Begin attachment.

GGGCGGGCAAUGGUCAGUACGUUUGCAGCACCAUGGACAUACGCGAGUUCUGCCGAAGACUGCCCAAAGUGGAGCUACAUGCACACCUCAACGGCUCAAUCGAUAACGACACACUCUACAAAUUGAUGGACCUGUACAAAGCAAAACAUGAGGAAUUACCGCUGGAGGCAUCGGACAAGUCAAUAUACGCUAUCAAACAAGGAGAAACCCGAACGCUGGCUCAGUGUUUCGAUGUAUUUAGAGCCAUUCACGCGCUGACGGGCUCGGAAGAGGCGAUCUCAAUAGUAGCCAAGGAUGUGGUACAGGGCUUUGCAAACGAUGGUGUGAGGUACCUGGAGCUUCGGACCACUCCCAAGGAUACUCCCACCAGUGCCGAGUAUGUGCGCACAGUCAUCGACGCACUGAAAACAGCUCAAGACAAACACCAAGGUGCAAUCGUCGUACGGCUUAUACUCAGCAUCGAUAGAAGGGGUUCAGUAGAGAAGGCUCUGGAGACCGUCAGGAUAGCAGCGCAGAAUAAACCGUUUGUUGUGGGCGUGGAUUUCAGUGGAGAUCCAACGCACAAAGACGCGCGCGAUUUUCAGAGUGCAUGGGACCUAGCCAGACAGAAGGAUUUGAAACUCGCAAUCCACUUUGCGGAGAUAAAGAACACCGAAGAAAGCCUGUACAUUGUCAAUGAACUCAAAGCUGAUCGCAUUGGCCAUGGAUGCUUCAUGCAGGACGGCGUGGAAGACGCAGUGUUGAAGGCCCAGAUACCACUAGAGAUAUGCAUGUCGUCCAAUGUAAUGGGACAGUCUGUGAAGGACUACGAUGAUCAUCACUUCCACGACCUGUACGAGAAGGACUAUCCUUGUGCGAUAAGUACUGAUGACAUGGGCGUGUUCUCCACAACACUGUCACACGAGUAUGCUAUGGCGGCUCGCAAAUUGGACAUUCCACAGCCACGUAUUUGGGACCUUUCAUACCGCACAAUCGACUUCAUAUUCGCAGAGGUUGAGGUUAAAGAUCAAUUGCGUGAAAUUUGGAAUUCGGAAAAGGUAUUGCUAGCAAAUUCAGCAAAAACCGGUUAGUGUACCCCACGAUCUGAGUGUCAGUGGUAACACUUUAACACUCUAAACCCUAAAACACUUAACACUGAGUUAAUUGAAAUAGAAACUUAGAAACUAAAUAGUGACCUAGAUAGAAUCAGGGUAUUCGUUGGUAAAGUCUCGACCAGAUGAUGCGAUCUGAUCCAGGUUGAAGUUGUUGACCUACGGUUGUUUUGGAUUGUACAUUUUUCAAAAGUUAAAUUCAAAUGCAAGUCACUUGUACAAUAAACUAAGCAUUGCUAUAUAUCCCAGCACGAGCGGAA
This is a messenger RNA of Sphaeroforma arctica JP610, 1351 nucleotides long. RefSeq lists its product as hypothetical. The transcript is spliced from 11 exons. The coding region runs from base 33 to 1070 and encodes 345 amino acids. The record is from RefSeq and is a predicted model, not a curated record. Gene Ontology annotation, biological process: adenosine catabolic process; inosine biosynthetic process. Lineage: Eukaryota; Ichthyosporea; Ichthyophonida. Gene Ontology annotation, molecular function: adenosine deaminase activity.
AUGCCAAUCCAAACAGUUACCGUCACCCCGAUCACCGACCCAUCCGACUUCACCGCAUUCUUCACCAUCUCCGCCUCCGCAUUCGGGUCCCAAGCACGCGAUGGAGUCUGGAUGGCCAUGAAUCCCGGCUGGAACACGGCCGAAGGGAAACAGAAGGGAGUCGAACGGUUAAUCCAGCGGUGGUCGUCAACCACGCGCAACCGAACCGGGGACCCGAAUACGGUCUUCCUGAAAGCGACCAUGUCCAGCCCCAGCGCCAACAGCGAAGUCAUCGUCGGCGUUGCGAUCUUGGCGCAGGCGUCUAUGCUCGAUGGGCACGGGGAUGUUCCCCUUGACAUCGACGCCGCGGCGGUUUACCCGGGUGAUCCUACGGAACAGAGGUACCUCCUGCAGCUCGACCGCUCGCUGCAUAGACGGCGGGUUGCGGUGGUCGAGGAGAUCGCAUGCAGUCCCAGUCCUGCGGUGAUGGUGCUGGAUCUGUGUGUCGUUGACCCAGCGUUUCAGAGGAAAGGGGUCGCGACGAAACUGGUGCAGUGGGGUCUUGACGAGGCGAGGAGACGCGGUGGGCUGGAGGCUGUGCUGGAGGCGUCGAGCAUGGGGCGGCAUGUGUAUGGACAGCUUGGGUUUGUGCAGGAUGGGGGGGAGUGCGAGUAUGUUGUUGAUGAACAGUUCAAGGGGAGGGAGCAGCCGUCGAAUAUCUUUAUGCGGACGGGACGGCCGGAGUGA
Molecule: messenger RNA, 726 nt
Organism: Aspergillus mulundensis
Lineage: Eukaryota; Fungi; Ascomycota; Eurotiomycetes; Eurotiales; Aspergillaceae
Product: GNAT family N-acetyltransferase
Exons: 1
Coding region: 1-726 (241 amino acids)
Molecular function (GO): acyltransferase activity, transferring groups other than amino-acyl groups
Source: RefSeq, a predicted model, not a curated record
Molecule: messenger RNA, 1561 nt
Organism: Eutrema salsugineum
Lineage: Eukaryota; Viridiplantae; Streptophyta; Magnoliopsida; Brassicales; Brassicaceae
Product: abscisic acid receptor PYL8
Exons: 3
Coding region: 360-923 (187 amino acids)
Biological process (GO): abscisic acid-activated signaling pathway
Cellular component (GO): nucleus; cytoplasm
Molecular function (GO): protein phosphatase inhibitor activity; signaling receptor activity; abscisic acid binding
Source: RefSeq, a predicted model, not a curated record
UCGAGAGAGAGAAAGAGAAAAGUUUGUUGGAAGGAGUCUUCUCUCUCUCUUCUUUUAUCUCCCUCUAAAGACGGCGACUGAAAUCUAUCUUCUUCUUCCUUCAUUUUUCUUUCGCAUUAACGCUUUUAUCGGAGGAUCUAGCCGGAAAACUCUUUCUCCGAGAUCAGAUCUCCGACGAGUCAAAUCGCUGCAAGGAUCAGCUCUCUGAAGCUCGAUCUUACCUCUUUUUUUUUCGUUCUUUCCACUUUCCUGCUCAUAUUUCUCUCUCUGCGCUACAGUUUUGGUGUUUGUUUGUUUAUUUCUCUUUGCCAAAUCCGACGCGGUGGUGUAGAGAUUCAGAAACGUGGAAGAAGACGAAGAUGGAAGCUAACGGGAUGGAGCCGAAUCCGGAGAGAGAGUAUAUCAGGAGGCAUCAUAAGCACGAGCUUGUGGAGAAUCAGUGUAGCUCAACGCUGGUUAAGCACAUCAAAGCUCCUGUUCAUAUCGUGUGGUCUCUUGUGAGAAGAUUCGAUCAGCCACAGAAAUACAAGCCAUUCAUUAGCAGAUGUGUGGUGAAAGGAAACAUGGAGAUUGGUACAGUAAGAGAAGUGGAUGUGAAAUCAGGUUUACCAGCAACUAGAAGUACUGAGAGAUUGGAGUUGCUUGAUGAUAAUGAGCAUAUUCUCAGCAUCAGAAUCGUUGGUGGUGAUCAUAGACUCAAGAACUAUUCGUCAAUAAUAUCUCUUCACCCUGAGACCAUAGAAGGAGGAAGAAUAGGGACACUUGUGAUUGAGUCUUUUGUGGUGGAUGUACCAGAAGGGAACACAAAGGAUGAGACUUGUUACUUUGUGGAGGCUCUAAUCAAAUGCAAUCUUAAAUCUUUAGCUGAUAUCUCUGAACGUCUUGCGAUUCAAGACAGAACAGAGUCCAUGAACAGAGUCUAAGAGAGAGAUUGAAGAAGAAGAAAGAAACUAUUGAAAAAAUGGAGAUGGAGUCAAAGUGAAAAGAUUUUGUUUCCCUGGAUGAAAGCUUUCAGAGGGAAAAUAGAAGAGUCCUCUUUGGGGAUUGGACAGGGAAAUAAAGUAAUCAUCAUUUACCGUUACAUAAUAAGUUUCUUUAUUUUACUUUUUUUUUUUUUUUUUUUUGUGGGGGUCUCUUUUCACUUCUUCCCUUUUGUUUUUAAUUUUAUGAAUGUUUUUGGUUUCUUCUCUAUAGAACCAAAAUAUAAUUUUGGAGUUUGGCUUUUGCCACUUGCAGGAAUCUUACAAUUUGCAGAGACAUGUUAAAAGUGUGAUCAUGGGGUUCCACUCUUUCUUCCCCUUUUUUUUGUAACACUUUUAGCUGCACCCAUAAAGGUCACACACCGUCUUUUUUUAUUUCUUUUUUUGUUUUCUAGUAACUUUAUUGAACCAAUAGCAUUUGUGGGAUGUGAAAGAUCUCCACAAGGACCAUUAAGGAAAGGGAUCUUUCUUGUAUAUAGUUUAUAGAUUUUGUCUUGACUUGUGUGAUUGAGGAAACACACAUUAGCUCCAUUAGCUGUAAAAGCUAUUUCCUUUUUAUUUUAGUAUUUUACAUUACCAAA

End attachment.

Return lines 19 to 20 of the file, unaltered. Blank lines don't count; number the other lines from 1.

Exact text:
Cellular component (GO): nucleus; cytoplasm
Molecular function (GO): protein phosphatase inhibitor activity; signaling receptor activity; abscisic acid binding